- Two summer commitment: (1) summer of sophomore-junior year; (2) summer of junior-senior year .
- First summer: research experience on campus with a faculty member, coupled with a two-week intensive training course (DHi CLASS program w/faculty member )
- Second summer: an "applied," in the field experience in a media-based institution
The Award also includes the following:
- Student stipend $4000.00 on campus for the first summer
- Faculty research stipend
- DHi instruction in DH methods and approaches, DH invited speakers
Department and program participation is expected under the broad themes of CLASS. DHi will collaborate with departments on campus to bring guest lecturers and workshop opportunities to campus that are directly correlated with the CLASS digital research goals. These events will connect digital humanities approaches to specific disciplinary interests and fuel faculty/student collaboration in digital humanities projects.
- Culture: Asian Studies, Anthropology, Dance & Movement Studies, East Asian Languages, Foreign Languages, Japanese, Russian Studies, Spanish, etc.
- Liberal Arts: Art, Art History, Classics, Comparative Literature, Creative Writing, English & Creative Writing, Music, Theatre, etc.
- Society: American Studies, Education Studies, History, Latin American Studies, Medieval Studies, Religious Studies, Sociology, Africana Studies, Women’s Studies, etc.
Media-based organizations, cultural institutions and corporations provide students with the applied internship experience during the second-summer.
- WGBH Boston
- Museo del Barrio, NYC
- Film studios
- Munson Williams Proctor, Utica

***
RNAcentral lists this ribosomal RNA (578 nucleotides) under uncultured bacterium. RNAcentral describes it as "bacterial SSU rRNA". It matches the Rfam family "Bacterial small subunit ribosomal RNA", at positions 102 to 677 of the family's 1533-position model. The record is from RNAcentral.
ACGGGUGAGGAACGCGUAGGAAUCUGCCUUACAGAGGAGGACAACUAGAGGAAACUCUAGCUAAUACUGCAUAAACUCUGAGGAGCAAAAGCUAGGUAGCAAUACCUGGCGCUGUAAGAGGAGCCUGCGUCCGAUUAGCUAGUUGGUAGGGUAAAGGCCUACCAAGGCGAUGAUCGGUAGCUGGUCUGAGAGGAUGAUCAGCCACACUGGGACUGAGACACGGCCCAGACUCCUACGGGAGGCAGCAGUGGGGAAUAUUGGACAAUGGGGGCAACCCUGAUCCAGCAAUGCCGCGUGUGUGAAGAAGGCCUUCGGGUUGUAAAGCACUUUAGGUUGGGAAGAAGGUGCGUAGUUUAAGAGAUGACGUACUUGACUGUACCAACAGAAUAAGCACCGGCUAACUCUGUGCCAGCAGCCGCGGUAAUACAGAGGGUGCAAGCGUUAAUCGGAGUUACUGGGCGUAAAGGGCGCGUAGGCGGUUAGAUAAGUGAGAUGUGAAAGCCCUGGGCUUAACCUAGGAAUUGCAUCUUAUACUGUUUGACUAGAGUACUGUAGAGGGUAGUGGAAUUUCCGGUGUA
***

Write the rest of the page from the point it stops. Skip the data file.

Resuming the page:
- University of Southern California (USC)
- Tri-College Consortium (Haverford/Swarthmore/Bryn Mawr)
- The NY Public Library
Process and Outcomes
Through their participation in an undergraduate research project, students will be able to:
- Develop an interdisciplinary research question, problem, or design using digital humanities methodologies;
- Apply basic principles and knowledge found in the inter/multi/trans-disciplinary literature related to the research question;
- Develop a research proposal to address or resolve a specific research question or problem in the digital humanities using new technologies;
- Apply and evaluate interdisciplinary methodologies throughout the project;
- Collect, interpret, and critique data using digital methodologies in order to resolve a research question or evaluate a design;
- Utilize digital skills (TEI, GIS, digital collection development, media object creation, geospatial visualization) necessary for robust digital scholarship
- Communicate complex research findings in oral presentation and digital publication platforms.
CLASS students are expected to present their collaborative research projects in multiple venues. DHi will promote and help support students presenting at conferences and community events. We will also provide and promote digital communication forums for presentation of student work. Through these avenues, CLASS students will illustrate in-progress research approaches and connect to scholars with similar interests. Blogging and other social networking forums allow CLASS students to model undergraduate humanities research, goals, methods, and digital skills to the liberal arts community. Social media features of the website will facilitate discussion, and ongoing dialogue with other scholars and potential internship partners. We also work with students to maintain a portfolio as they conduct research, engage in dialogue, and publish their work.